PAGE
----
NEW Air Rifles from Weihrauch
Made in Germany, Weihrauch offer air rifles, air pistols and small bore repeaters for target shooting and hunting. Extremely well known for their accuracy and reliability Weihrauch air rifles need no introduction. In fact their constant development and modification ensures they continue to meet all requirements for the every day target plinker through to competition shooters around the world.
At the time of writing Australian distributors Alcock and Pierce tell me they were about to announce the return of the HW97k model range with new “Air Stripper Muzzle Weight” which has been specially designed exclusively for the Australian market. The way it works is the Air-Stripper takes away the turbulent air around the pellet as it leaves the barrel, thus I’m told reducing recoil and giving higher precision. These are soon to become available in Synthetic Thumbhole, Wood, Laminate and Thumbhole Wood Stock choices in calibres .177 or .22.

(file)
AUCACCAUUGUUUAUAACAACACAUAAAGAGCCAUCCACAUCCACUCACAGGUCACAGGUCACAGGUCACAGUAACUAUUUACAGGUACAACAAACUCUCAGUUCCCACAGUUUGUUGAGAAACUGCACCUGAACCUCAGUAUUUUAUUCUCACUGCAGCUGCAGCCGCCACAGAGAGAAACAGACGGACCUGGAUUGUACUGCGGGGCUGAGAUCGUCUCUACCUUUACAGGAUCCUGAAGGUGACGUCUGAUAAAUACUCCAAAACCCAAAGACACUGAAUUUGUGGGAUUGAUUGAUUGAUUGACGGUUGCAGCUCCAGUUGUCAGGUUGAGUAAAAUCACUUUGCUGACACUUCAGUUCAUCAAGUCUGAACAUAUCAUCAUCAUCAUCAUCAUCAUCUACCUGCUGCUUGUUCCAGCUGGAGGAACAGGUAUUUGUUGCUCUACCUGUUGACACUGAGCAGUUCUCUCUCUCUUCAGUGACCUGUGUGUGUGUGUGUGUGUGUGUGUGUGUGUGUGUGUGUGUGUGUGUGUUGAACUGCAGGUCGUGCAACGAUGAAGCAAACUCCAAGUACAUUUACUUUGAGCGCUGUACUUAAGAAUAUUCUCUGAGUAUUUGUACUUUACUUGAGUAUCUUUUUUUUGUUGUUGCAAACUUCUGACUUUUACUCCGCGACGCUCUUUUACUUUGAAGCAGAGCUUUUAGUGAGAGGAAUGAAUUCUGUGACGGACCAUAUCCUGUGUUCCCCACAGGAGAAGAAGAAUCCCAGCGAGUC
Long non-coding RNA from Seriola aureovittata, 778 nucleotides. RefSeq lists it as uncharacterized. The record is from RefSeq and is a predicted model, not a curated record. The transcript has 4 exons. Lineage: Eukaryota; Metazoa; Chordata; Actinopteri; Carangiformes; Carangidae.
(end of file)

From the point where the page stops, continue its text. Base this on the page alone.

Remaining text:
The other new model is the HW110ST PCP pre-charged airgun. Weihrauch have produced this brand new design from the ground up. This air rifle offers recoil-less PCP with 10 shot magazine, smooth easy cocking action and a soft-touch black stock. It also offers a picatinny rail fitted to it for attachment of a scope. I’m also told the HW110ST PCP air rifle offers 45 shots full power with each charge of air. This model is also available in .177 or .22.
Last but not least, the Weihrauch Models HW60J and HW66 is now available in .17 Hornet. The HW60J in classic European walnut stock with checkering and open sights, standard sporter barrel and direct 1400g trigger is precision at it’s best for the varminter, while the HW66 Production offers American style ambidextrous stock with medium weight barrel. I’m told all will be available October 2017 some time, so for further details ask at your local gun shop . Trade enquiries contact Australian agents for Weihrauch -Alcock & Pierce Pty. Ltd.
Keep an eye out in an up and coming issue of Sporting Shooter for a full review by our technical editor Nick Harvey.